A central provision of the law requires police officers to ask for immigration papers if they have a reasonable suspicion that the person they have stopped, detained or arrested is in the country illegally.
The Department of Justice sued the State of Arizona, arguing that the power to regulate immigration rests with the federal government and that the Arizona law interferes with federal laws currently in effect.
Last July a District Court judge enjoined enforcement of the law, and today a panel of the Ninth Circuit Court of Appeals upheld that ruling.
Judge Richard Paez, writing for a split panel, said, "By imposing mandatory obligations on state and local officers, Arizona interferes with the federal government's authority to implement its priorities and strategies in law enforcement, turning Arizona officers into state-directed [Homeland Security] agents."
"Congress has created a comprehensive and carefully calibrated scheme" Baez wrote, "and has authorized the Executive to promulgate extensive regulations for adjudicating and enforcing civil removability."
Arizona Gov. Jan Brewer released a statement Monday vowing to appeal the ruling. "For decades the federal government has neglected its constitutional duty to American citizens by failing to secure the border," she said.
In court papers lawyers for the Department of Justice had argued, "The immigration framework set forth by Congress and administered by federal agencies reflects a careful and considered balance of national law enforcement, foreign relations, and humanitarian concerns -- concerns that belong to the nation as a whole, not a single state."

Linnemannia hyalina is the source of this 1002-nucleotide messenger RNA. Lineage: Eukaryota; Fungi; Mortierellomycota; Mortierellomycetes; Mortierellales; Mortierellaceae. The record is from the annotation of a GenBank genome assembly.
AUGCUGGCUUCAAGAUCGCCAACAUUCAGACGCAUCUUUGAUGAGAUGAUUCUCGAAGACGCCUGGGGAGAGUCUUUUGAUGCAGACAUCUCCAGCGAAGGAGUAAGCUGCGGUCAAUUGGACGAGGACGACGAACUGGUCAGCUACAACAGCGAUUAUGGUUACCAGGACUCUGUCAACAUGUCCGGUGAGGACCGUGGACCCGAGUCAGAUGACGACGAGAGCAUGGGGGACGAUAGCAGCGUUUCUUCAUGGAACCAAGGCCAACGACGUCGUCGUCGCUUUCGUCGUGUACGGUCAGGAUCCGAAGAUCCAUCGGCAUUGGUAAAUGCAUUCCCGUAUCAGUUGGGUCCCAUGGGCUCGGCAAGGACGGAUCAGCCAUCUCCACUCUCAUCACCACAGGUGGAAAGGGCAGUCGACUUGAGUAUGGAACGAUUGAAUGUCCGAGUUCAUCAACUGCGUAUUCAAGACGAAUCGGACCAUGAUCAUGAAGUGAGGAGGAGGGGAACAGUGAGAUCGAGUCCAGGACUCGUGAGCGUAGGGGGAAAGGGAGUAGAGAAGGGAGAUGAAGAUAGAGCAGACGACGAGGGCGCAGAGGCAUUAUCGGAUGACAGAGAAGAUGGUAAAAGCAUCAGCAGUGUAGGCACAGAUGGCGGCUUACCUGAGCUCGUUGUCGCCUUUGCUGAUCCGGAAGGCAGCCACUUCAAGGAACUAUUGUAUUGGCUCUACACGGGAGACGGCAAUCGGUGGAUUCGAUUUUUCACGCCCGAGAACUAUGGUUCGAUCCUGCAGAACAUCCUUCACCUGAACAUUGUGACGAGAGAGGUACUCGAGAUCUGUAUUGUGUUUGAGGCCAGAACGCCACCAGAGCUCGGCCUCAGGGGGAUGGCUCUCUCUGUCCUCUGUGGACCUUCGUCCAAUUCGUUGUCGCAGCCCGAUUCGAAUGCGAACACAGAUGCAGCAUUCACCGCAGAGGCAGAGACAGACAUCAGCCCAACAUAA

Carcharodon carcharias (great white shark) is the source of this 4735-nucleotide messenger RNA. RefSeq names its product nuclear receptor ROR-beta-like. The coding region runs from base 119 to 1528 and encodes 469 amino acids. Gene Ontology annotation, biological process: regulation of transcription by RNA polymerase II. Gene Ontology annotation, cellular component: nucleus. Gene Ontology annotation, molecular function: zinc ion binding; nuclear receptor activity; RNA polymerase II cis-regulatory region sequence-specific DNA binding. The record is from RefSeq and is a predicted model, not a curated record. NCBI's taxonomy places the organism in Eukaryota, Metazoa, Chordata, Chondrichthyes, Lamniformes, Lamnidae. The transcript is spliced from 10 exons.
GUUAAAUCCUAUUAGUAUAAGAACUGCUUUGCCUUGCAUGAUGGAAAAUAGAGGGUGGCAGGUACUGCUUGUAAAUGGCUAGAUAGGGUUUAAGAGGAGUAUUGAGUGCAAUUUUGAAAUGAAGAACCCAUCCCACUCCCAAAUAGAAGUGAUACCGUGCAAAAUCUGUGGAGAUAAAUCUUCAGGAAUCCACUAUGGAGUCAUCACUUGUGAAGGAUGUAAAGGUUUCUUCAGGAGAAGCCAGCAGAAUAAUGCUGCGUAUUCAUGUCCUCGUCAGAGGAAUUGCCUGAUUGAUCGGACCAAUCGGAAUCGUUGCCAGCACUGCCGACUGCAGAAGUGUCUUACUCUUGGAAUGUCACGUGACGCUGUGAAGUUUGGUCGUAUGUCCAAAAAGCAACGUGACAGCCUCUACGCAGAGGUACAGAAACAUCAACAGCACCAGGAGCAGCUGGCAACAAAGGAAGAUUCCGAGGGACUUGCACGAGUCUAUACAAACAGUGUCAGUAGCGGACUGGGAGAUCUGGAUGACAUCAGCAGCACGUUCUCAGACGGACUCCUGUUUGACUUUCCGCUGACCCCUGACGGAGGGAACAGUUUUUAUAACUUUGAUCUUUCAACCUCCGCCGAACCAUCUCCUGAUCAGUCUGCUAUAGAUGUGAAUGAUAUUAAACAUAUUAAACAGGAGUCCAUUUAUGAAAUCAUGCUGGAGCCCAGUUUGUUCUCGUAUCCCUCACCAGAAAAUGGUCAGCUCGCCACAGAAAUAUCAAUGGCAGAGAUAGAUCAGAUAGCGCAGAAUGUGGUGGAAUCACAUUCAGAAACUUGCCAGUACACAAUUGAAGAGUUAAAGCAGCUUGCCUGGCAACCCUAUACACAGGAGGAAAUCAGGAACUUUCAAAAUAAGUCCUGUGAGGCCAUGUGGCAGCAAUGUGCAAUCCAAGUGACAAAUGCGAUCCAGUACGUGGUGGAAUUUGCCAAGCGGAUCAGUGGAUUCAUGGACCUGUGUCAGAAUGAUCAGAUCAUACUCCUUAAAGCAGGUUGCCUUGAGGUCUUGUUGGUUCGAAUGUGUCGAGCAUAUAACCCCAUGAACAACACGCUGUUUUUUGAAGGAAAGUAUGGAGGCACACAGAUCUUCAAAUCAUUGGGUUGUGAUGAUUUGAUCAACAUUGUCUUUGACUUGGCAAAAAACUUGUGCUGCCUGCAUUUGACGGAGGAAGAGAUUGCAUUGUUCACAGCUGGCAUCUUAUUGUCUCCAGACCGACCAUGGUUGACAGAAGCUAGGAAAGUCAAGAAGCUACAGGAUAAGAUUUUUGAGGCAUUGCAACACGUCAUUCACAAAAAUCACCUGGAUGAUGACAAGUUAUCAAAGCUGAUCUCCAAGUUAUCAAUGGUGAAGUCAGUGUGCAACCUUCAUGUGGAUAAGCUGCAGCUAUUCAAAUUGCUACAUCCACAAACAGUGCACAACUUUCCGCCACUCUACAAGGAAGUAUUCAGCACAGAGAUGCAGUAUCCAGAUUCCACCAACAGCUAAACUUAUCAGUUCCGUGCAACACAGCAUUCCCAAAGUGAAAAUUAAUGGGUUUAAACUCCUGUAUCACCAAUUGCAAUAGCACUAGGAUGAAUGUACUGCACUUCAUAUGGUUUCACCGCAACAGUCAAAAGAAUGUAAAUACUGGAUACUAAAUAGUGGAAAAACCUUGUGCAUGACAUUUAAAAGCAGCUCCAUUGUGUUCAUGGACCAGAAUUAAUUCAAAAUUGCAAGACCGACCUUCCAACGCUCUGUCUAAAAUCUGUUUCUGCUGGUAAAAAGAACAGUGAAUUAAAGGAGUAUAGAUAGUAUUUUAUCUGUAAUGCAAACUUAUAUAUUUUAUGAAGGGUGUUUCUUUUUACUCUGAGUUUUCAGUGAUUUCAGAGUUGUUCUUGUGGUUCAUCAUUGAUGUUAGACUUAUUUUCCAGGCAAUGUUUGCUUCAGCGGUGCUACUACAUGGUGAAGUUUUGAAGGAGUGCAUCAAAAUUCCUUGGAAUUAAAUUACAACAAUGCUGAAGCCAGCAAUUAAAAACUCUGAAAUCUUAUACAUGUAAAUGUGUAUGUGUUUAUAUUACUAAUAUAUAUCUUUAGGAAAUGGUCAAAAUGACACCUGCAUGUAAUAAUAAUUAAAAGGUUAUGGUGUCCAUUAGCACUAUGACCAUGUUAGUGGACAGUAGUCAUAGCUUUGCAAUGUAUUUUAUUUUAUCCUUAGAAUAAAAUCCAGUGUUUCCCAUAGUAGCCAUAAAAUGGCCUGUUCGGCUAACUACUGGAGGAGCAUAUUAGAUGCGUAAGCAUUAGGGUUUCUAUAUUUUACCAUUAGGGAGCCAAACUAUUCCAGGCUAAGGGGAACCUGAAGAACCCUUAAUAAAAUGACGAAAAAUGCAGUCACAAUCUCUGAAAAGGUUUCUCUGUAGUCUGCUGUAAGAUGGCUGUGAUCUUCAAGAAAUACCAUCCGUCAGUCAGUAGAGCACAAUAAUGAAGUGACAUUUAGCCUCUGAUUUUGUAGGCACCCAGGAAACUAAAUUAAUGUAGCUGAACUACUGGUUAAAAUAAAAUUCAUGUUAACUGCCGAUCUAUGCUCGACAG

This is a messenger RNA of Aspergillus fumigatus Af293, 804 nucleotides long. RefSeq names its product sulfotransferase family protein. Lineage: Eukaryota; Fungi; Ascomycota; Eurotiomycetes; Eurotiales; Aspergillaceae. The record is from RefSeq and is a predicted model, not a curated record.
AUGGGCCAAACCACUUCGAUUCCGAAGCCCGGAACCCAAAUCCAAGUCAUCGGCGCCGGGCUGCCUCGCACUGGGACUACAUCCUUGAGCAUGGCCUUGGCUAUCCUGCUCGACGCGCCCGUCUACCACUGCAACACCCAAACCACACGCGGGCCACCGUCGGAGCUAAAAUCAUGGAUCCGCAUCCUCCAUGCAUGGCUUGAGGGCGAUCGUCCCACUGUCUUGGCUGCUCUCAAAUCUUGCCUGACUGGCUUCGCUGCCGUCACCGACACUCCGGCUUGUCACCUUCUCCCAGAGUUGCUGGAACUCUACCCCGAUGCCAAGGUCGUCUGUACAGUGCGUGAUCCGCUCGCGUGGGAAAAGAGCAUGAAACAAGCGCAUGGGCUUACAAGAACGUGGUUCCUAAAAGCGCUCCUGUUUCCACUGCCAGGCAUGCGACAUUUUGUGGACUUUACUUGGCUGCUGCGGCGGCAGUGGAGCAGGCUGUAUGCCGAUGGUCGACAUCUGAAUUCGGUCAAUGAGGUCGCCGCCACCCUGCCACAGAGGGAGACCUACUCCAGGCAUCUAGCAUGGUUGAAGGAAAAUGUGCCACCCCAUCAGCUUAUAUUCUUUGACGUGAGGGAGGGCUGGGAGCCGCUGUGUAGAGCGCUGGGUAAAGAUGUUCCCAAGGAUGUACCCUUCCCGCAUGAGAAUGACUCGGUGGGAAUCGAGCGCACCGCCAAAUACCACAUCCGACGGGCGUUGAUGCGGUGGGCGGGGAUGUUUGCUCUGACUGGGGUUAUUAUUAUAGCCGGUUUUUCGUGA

Justice Department lawyers said the Constitution does not permit the "development of a patchwork of state and local immigration policies throughout the country."
The law generated immediate national controversy when it was signed by Governor Janice K. Brewer in April 2010. Its defenders said that the states had to take a more active role in immigration enforcement because the federal government was failing to do so. Civil rights groups across the nation argued that the law would lead to racial profiling.
Linton Joaquin, General Counsel of the National Immigration Law Center, called the opinion today a "resounding victory and clear affirmation of the unconstitutionality of the law."
"It sends a clear message," he said, "to other states contemplating similar laws. Immigration enforcement is fundamentally a federal concern, and states are prohibited from enacting immigration legislation on their own."
The court said today that the Arizona law, if it were allowed to go into effect, could have a "deleterious effect on the United States' foreign relations" and noted that several foreign leaders, including the Presidents of Mexico, Bolivia, Ecuador, El Salvador and Guatemala have publicly criticized the law.
Baez wrote that the law "thwarts the Executive's ability to singularly manage the spillover effects of the nation's immigration laws on foreign affairs."
Even before today's decision, Governor vowed to take the case to the Supreme Court if necessary.
A Justice Department spokesman said he was "pleased" with today's ruling.